A strange confluence of sociopolitical forces and technological innovations led to the 1950's being the preeminent decade for epic Biblical dramas on film. As television made more and more inroads on the box office receipts of big screen fare from Hollywood, executives were desperate for a countermeasure to stem the tide. Perhaps that desperation put them in a prayerful mood, for stories from the Bible, or which were at least tangentially related to stories from the Bible, seemed ideally suited to a whole gamut of new technologies which were in themselves designed to lure people away from their miniature flickering black and white living room screens. Widescreen processes like Cinemascope and multi-channel recording techniques that at the very least offered two track stereo (and often much more than that) literally and figuratively surrounded the viewer with pomp and pageantry. But epic productions haven't always been able to magnetically attract audiences, and there was something else at work in the fifties which was a symbiotic part of that decade's ascendancy of Biblically oriented fare and the immense success it enjoyed. While the decade hadn't yet erupted into the out and out nuclear fear that accompanied the Cuban missile crisis in the early sixties, when we actually did face nuclear holocaust, there can be no underestimating the psychological impact of the development of the hydrogen bomb and the Soviet Union's surprisingly fast ability to "catch up" to the West in destructive capabilities. The anti-Communist paranoia also led to a culture intent on conformity and assimilation, one which seemed perfectly personified by the "grandparent" Presidency of Dwight D. Eisenhower. Part of that conformity was of course a conformity of belief and religious practice, and that no doubt helped to bring audiences to Biblical film dramas, as if attending these spectacles was a religious rite in and of itself. While Biblical dramas had of course existed from virtually the dawn of film, from The Robe onward, the fifties saw one gigantic production after another which sought to cash in on religious sentiment while making the most of widescreen framings and multi-channel sound design. It's perhaps no mere coincidence that the apotheosis of this trend should have come at the decade's end in 1959, with William Wyler's mammoth Ben-Hur, which is of course subtitled A Tale of the Christ. While Biblical dramas certainly continued to be produced well into the sixties (and occasionally beyond), the luster was obviously off as early as 1961's King of Kings, while at more or less the same time we faced nuclear annihiliation in the Cuban missile crisis less than stellar efforts like Sodom and Gomorrah were briefly visiting cineplexes. By the time The Greatest Story Ever Told and The Bible bombed in the mid-sixties, the handwriting was clearly on the wall, like some scribbled prophecy from the Book of Daniel. But everything that the fifties stood for and hoped to achieve in the genre of Biblical drama came together in, well, a miraculous fashion in Ben-Hur, one of the most eagerly anticipated Blu-ray catalog releases of this year, somewhat beyond the film's advertised "50th anniversary".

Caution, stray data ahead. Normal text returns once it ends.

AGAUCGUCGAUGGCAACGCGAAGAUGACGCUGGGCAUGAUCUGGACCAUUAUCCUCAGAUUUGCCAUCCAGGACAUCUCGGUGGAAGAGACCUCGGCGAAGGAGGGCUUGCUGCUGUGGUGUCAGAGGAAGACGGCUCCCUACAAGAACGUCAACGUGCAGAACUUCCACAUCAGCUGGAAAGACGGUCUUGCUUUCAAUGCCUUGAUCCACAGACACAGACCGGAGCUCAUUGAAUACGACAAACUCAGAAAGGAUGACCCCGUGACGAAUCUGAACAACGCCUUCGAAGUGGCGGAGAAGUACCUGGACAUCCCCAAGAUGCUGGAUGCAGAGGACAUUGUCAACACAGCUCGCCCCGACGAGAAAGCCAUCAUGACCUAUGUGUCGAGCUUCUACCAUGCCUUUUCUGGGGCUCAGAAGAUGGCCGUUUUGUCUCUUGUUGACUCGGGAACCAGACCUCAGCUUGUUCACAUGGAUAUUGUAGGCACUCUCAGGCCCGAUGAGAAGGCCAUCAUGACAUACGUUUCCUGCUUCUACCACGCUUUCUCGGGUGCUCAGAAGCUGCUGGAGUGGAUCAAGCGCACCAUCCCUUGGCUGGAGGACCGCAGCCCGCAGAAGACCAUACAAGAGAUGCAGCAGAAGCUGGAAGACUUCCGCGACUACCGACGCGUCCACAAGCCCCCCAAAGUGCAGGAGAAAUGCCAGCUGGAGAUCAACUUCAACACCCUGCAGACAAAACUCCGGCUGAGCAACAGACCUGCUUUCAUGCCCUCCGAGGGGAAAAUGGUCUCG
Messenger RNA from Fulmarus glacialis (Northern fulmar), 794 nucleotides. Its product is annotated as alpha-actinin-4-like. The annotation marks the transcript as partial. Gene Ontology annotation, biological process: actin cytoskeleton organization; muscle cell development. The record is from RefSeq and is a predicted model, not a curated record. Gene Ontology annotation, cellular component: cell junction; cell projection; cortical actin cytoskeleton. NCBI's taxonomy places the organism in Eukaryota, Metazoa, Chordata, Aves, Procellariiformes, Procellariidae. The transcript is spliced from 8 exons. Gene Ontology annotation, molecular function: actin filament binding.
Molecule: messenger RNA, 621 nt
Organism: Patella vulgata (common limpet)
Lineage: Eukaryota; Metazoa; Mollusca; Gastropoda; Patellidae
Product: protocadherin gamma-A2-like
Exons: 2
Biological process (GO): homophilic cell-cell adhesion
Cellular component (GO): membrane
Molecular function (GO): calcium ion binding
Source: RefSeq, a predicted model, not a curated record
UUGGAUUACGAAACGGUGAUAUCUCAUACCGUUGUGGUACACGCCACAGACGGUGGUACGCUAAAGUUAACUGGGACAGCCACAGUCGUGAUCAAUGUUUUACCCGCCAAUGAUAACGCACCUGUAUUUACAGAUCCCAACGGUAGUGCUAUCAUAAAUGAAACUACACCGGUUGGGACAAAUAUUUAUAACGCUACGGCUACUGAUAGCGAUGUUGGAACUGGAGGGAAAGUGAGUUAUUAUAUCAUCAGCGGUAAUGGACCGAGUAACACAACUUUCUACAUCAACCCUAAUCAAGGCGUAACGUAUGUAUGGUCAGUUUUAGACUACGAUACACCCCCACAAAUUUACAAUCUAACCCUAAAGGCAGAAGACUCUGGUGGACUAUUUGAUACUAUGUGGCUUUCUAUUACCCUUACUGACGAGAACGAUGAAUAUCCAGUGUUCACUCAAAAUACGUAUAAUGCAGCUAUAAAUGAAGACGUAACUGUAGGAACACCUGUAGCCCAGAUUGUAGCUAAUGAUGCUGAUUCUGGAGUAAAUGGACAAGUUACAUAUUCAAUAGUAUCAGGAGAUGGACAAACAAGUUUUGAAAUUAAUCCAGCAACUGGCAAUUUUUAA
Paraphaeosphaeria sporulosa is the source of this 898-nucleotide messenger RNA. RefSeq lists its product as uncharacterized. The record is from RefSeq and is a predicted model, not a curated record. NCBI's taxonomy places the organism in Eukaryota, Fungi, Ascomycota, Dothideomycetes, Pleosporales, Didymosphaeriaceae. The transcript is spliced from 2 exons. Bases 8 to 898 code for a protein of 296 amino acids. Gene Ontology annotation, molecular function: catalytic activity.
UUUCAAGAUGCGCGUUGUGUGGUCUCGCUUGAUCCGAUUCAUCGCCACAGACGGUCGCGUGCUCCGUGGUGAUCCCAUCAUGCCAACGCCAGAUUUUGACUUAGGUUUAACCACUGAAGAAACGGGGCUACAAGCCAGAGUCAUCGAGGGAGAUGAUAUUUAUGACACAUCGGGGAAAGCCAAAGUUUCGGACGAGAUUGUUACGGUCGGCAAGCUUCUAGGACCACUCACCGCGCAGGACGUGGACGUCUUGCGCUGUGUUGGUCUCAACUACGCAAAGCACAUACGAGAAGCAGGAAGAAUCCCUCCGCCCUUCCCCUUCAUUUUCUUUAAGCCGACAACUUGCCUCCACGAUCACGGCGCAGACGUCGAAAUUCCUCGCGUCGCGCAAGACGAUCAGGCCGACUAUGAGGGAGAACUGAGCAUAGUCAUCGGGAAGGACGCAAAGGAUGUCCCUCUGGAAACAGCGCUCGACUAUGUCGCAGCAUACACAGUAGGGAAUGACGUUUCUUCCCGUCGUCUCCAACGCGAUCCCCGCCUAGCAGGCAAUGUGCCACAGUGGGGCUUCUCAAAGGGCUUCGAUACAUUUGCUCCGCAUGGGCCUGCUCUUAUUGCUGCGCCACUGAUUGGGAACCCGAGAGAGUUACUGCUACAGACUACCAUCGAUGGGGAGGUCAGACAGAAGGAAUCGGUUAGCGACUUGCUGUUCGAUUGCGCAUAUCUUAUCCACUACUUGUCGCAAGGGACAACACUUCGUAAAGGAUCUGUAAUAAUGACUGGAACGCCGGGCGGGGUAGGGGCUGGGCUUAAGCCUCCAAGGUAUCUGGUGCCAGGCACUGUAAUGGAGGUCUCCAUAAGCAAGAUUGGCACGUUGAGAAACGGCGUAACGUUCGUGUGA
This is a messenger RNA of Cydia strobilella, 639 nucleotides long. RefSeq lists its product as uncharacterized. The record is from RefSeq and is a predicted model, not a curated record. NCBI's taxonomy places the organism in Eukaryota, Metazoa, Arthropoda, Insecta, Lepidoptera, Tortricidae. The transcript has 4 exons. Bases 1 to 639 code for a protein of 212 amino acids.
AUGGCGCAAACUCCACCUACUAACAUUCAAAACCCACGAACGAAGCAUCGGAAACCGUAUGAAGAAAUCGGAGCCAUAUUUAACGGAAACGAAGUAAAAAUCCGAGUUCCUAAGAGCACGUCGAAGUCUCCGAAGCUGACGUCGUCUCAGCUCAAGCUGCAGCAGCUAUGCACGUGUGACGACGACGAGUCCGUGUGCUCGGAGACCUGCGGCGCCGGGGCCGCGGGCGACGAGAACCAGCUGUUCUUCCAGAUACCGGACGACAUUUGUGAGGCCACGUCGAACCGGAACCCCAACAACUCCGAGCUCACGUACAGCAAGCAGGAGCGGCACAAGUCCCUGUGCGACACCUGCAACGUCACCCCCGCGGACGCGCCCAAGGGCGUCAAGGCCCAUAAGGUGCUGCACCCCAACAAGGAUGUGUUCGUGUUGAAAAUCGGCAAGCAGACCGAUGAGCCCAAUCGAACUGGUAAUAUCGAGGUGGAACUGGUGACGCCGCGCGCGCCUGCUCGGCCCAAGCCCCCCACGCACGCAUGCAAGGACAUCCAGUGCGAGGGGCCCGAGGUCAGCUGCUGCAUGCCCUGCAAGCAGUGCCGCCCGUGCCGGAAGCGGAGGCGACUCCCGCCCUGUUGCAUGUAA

M-G-M was teetering on the edge of bankruptcy in the late 1950's, despite prestige (and often very successful) releases like 1958's Gigi. It was therefore a significant gamble when the studio put up the then unheard of sum of close to fifteen million dollars to underwrite the gargantuan production that Ben-Hur promised to be. It's hard to realize now, given the vantage point of what the film has become since its release, that there were really no guarantees for Ben-Hur, despite its impressive pedigree and its previous success as both a stage play and a silent 1925 film. (It's interesting to note that General Lew Wallace's original source novel took a few years to really ignite, and it wasn't until almost a decade after its initial printing that the book became an international sensation in the late 1880's). But looking back now Ben-Hur, much like Gone With the Wind a generation earlier, was a prime example of the stars aligning more or less perfectly to create a mammoth spectacular that virtually oozed filmcraft from every frame.